Allerton Oak: ancient and award-winning tree

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The Allerton Oak is a 1000 year old sessile oak that stands in Calderstones Park. It’s surrounded by a double fence to protect its ancient structure, and metal crutches installed in 1907 hold up its branches. Calderstones Park is in Allerton, which was mentioned in the Domesday Book and has a long history of its […]

Photograph of Hale Lighthouse, where Hale Ford once crossed the Mersey

Hale Ford

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Hale township occupies a spot at the widest part of the River Mersey. Because of this the water slows down significantly. So much so that, at times in the past, a sandbank could once be seen to poke above the level of the water. This, the so-called Hale Ford, was an important crossing point of […]

Aerial photograph of the Ditton Brook area

Ditton Brook

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Ditton Brook makes up the northern boundary of Halewood, and flows in a south-westerly direction before flowing out into the River Mersey between the town of Ditton and Hale Bank. Along with the River Alt, this river flows down a valley carved out when glacial ice pushed south from what is now the Irish Sea. […]

Photograph of the River Alt, by Ian Greig

River Alt

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The River Alt flows north east through Lancashire and Merseyside. It rises in Huyton township at the Hag Plantation, and flows through Croxteth Park, West Derby and Maghull. It then flows out to the River Mersey

Shirdley Hill Sand, Sefton Coast

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Wind dropped Shirdley Hill Sand across a vast swathe of land in the millennia since the last glaciation. The sand lies along the Sefton Coast several kilometres inland, and has created dunes up to 75m (246ft) tall. The sandy Sefton coast has attracted humans for centuries. The beaches on this coast are the location of […]

Photograph of Liverpool taken from an aeroplane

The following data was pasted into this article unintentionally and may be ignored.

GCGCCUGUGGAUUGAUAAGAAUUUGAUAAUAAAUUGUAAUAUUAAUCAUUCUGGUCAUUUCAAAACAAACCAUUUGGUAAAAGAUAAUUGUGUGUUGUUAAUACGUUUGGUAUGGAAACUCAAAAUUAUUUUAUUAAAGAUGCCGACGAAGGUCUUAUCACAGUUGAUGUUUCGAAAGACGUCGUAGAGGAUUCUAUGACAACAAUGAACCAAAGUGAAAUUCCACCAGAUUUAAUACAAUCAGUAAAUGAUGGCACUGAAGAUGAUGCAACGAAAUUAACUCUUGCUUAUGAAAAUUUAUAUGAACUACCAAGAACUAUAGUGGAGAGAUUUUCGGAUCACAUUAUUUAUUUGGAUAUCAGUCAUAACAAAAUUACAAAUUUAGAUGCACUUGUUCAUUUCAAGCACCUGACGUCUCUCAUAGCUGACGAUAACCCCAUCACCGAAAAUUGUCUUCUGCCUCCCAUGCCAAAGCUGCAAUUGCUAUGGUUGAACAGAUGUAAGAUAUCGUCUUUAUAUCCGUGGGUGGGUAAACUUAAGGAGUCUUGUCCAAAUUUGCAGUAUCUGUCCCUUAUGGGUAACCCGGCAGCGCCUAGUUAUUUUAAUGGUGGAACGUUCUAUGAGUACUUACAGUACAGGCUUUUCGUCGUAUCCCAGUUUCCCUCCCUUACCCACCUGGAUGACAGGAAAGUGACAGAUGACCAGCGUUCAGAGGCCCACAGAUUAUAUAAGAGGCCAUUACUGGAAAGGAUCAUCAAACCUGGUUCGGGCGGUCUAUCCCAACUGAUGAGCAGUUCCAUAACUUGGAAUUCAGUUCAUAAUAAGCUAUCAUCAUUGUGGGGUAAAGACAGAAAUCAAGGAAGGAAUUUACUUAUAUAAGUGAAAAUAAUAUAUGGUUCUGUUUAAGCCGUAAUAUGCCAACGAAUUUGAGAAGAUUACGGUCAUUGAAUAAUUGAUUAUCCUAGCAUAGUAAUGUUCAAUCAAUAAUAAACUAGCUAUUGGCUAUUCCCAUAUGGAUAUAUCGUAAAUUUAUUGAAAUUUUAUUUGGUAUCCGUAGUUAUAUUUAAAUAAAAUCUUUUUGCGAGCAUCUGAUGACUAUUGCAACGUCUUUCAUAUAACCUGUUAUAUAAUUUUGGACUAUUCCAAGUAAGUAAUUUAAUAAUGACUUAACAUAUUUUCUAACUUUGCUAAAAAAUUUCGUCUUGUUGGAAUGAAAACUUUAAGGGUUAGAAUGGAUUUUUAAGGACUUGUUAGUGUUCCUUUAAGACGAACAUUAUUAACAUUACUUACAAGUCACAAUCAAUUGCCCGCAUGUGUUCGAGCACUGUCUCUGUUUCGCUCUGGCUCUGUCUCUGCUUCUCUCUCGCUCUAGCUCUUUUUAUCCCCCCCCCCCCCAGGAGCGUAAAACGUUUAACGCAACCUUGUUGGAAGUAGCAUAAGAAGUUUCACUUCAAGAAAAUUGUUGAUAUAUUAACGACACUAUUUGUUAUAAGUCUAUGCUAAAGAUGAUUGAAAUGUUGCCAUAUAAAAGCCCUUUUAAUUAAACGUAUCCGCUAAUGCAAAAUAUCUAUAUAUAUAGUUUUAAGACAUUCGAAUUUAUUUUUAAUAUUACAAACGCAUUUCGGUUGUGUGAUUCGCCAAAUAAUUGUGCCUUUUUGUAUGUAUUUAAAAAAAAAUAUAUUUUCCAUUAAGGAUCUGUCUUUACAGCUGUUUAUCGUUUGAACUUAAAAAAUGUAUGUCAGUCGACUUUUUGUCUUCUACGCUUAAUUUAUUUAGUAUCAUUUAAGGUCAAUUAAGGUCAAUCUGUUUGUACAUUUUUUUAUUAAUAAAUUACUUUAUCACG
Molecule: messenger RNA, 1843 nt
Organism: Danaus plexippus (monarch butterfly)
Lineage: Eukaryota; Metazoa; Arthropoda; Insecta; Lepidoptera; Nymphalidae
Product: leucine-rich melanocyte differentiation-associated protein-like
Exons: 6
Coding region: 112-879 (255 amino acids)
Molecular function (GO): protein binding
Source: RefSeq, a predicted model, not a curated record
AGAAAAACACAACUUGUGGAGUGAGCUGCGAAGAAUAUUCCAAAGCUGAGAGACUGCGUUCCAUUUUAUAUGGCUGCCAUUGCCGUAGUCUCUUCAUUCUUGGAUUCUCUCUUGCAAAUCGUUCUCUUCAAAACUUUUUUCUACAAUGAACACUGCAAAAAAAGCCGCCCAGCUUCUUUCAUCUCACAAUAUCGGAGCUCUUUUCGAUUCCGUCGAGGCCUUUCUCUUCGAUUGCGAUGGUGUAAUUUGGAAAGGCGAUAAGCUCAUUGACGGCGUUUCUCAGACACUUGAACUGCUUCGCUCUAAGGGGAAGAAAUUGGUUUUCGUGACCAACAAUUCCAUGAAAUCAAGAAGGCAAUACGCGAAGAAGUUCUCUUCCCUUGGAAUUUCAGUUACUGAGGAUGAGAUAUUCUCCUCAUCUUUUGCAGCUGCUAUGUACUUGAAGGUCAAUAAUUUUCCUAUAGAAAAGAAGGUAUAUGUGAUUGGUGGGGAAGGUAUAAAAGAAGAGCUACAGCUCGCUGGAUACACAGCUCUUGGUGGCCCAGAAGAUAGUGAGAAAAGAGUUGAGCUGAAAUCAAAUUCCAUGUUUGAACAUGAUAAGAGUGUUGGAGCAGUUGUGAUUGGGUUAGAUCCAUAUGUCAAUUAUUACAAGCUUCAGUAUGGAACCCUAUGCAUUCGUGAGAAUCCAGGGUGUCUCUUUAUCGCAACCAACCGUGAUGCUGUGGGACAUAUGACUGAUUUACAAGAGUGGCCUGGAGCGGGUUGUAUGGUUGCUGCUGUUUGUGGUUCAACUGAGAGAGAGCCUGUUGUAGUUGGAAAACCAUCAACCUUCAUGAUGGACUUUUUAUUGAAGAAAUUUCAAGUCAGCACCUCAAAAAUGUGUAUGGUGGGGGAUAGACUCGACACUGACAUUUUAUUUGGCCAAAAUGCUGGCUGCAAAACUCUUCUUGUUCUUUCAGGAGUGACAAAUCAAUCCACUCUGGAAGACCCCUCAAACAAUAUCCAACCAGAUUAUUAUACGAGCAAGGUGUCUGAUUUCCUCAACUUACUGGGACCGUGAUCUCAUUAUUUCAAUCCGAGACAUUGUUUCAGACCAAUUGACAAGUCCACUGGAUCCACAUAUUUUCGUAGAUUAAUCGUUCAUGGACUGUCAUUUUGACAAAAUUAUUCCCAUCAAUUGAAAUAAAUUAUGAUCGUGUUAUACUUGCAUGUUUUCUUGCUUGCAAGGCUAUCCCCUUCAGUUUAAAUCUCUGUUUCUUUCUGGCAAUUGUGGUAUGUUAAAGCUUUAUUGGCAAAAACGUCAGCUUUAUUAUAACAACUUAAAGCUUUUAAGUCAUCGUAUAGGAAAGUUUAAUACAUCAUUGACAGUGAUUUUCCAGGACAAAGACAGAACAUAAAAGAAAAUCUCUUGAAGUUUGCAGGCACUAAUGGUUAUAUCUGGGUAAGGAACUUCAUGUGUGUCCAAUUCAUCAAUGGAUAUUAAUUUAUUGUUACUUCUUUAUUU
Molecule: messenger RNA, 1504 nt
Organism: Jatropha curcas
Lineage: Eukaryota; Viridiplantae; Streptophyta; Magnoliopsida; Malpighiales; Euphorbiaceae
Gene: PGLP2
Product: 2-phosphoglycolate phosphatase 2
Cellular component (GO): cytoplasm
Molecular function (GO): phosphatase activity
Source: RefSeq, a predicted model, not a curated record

Merseyside Uplands

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The Merseyside Uplands include the higher ground to the east of Croxteth, and strips at Mossley Hill and elsewhere. They have had an important influence on Merseyside and Liverpool throughout the region’s history. During the last ice age, glaciers drove in from the north west and moved south towards the Midlands. As they did so, […]

Photograph of Mersey Flat wreck, River Mersey near Widnes

River Mersey

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The valley of the River Mersey was created during the last ice age. Thick glaciers moved inland from what is now the Irish Sea, carving deep parallel iceways. The iceways were later occupied by the Mersey, the Dee, the mid-Wirral channel and the Alt–Ditton valley. The meltwaters of the glaciers formed the rivers which still […]

Sketch map of Liverpool as it was in 1572

The Pool, Liverpool’s beginnings

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The Pool is arguably one of the major reasons for Liverpool’s existence. King John was looking for a suitable place from which to launch ships to Ireland, and Liverpool fit the bill. The Pool sprang up inland, and flowed down Whitechapel and Paradise Street into the River Mersey. Although completely invisible today, it played a […]

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